The Reserve Bank of India's (RBI) credibility appears to have risen among global peers as the central bank stuck to its guns and refused to reduce the benchmark repo rate on Tuesday, 31 July, opting instead to target inflation management as its chief priority.
Experts and RBI-watchers have lauded Governor Duvvuri Subbarao's move of keeping rates unchanged, pointing to the 'nail-biting' global conditions which have compelled other central banks to cut rates. RBI, on the other hand, sent a signal by cutting the statutory liquidity ratio (SLR), the proportion of deposits banks park in government bonds, by one percentage point to 23 percent so that banks which are short on liquidity can lend to productive sectors.
Says Leif Eskesen, Chief Economist for India & ASEAN at HSBC: "Nail-biting global economic conditions have compelled central banks in advanced and emerging economies to cut rates, and moderate domestic economic growth has drummed up pressures on the RBI to act. However, the RBI kept cool and stayed focused on its objective, which helps cement its credibility."
Most experts agree that maintaining status quo was a very tough decision for Subbarao given the circumstances building all around. But most agree that preserving the little ammo it has left at its disposal was the right thing for the RBI to do at this stage, should the situation get worse owing to a mix of global and domestic reasons. Acting right now, by cutting rates after it cut rates by a deep 50 basis points in April, could be premature.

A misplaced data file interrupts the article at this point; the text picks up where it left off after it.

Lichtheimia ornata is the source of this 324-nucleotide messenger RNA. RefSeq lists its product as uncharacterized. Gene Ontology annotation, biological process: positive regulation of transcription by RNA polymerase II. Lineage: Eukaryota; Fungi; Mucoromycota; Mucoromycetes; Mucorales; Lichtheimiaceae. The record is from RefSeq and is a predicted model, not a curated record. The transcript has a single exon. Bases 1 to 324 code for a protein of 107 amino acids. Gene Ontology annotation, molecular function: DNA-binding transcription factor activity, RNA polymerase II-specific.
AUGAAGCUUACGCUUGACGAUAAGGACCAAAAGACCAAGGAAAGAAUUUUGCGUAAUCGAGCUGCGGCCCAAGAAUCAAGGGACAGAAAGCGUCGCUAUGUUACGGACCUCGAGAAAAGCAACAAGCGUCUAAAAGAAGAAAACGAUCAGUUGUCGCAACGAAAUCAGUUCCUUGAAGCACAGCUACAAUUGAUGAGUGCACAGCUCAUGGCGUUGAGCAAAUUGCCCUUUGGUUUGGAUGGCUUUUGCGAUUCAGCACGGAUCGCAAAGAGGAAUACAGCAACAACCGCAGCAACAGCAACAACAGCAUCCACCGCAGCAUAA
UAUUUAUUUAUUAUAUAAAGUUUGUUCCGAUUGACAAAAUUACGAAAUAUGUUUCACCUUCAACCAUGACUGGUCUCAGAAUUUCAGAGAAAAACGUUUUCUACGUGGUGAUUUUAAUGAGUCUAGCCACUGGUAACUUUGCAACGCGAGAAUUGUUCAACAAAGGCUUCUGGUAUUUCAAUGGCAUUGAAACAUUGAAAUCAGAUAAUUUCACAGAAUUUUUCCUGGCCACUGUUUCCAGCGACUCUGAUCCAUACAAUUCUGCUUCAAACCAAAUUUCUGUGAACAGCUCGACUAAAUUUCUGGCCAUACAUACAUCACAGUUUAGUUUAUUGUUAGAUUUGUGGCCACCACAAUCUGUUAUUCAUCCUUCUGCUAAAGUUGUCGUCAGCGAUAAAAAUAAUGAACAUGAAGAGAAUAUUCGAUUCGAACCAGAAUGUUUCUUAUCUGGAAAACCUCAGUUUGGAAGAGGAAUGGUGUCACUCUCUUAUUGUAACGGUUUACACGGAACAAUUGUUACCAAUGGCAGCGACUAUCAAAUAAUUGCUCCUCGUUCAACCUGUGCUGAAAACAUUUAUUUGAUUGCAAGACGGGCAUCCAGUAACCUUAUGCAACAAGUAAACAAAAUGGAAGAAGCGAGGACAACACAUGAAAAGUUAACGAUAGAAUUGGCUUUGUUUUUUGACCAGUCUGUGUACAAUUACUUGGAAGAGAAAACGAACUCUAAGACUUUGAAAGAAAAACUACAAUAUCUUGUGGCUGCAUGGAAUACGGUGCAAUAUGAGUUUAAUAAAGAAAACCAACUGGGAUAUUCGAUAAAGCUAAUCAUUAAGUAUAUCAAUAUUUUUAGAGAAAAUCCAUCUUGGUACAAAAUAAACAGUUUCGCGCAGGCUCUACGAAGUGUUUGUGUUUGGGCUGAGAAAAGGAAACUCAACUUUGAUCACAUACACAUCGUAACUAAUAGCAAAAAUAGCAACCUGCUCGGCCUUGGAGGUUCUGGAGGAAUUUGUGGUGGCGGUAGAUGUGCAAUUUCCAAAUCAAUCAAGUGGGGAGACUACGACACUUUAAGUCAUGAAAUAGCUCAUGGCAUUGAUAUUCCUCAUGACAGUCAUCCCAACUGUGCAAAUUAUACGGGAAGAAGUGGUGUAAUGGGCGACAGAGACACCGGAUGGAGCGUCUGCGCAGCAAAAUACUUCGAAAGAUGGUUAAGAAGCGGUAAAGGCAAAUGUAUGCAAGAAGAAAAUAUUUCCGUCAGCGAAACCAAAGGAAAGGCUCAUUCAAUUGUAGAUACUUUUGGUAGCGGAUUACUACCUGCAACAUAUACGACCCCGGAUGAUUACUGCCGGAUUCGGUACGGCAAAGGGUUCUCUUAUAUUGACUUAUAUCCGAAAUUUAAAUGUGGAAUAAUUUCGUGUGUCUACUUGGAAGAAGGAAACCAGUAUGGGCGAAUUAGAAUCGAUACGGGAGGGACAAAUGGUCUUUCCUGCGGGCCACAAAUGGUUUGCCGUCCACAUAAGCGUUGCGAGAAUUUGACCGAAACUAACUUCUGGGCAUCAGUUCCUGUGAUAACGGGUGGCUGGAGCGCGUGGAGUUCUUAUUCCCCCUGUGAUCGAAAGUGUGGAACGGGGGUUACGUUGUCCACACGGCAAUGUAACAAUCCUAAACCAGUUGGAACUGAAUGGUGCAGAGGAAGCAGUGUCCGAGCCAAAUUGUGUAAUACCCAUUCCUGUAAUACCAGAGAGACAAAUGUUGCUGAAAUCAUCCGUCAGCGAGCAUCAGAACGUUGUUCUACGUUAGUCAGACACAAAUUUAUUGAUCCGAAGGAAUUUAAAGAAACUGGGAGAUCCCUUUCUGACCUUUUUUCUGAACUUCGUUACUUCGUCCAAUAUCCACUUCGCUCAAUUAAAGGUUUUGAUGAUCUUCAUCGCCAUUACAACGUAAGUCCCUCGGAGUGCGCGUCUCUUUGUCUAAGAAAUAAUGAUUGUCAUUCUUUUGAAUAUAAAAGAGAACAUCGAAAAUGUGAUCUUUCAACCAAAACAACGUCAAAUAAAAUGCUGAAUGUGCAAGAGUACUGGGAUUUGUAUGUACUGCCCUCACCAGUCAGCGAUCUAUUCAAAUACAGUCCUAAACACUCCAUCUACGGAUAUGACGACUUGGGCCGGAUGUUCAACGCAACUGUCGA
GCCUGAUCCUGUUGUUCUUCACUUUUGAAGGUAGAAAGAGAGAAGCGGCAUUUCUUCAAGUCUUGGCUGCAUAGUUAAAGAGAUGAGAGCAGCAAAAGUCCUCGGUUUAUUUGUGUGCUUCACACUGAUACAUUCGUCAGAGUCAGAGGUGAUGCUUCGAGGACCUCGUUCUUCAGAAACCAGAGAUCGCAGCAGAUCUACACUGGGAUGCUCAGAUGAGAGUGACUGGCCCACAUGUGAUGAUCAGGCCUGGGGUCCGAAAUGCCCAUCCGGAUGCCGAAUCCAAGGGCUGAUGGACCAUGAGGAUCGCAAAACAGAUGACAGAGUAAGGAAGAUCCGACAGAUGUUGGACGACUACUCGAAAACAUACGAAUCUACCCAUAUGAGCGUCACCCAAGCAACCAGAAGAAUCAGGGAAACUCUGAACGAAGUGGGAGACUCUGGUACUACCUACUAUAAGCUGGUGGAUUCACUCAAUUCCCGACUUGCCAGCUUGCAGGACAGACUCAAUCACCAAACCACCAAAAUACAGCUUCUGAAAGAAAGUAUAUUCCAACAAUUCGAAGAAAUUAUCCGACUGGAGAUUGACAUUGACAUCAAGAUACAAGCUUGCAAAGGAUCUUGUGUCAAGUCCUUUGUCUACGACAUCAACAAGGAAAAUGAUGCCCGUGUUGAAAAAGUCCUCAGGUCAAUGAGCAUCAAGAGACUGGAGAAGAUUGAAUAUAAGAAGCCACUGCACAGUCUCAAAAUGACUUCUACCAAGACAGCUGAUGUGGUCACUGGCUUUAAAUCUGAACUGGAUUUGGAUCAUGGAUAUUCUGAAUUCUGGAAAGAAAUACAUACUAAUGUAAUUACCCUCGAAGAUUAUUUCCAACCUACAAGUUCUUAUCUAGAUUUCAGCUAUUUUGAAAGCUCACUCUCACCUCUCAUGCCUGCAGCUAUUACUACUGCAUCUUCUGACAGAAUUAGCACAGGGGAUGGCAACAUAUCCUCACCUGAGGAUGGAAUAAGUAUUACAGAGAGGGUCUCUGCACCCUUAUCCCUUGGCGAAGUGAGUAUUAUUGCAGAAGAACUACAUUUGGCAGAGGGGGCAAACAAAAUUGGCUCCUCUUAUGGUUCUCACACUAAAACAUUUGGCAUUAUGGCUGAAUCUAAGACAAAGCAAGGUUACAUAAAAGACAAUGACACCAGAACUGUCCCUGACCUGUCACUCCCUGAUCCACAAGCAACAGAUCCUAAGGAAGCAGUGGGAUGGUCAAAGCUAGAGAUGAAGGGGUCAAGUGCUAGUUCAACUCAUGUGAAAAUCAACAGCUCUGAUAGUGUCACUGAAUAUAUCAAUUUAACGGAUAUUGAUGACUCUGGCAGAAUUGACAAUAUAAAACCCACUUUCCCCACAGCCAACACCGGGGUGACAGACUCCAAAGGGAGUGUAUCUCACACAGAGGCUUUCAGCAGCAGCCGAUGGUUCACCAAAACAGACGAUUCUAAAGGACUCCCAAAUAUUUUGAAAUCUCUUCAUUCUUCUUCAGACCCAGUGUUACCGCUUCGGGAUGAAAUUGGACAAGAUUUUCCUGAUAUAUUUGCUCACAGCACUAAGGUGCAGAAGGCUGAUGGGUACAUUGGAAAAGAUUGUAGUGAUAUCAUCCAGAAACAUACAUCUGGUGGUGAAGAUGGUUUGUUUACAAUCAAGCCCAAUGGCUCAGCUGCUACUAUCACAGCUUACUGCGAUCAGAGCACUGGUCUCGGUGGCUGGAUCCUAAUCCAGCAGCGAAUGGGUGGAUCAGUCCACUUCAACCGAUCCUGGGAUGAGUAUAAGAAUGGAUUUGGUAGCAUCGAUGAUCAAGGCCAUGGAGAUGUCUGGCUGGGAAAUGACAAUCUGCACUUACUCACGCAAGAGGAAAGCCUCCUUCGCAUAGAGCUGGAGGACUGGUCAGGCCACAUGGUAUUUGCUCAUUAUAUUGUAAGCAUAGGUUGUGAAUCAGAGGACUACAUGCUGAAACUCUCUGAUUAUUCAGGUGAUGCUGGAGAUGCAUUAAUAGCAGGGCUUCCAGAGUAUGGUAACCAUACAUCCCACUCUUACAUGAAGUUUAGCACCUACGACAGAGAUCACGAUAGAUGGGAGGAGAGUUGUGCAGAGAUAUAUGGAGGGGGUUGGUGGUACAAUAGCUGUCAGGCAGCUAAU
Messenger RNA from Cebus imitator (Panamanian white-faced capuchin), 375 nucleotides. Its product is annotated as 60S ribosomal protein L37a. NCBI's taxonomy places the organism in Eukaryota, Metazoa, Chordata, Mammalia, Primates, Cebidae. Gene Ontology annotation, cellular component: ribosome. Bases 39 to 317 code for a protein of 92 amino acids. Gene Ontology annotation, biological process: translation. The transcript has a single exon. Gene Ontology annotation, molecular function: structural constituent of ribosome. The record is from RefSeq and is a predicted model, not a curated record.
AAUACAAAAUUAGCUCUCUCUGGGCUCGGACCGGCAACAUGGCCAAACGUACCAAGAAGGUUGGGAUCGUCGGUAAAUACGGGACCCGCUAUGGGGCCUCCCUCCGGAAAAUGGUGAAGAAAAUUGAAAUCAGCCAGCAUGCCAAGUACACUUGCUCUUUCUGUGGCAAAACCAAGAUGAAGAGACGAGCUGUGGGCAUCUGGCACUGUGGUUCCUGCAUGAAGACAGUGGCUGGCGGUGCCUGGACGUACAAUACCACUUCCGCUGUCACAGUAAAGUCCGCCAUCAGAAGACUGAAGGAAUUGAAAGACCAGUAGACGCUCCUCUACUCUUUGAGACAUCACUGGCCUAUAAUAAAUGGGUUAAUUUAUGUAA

Overall, the situation for the RBI is far from comfortable. The central bank has made it clear that the slowdown has little to do with interest rates being where they are, and more to do with supply-side constraints, thanks to lack of progress on structural reforms. The investment cycle has, therefore, taken a hit. Inflation remains a clear and present danger, and RBI is unwilling to risk that by another round of rate cuts.
Says Eskesen: "On the inflation front, the RBI has plenty to worry about in addition to the tight capacity associated with the supply-led slowdown in growth. The depreciated exchange rate is loosening overall financial conditions and countering the decline in oil prices, which has reversed a bit recently. Hikes in diesel and kerosene prices are waiting in the wings, and the deficient monsoons are another headache for the RBI, given the potential implications for headline inflation and inflation expectations."
That inflation and growth are both going to be different from earlier expectations is amply borne out by the fact that the RBI has altered both projections - bringing down growth to 6.5 percent from the earlier 7.3 percent, and increasing inflation from the earlier 6.5 percent to 7 percent.
The bank's hopes of fiscal adjustment and consolidation have also not come about. There's no clarity on when diesel prices will be hiked and the subsidy burden continues to be a huge worry. Big-ticket structural reforms are still nowhere in sight. RBI, therefore, has opted to maintain status quo on rates while giving banks some leeway on liquidity.
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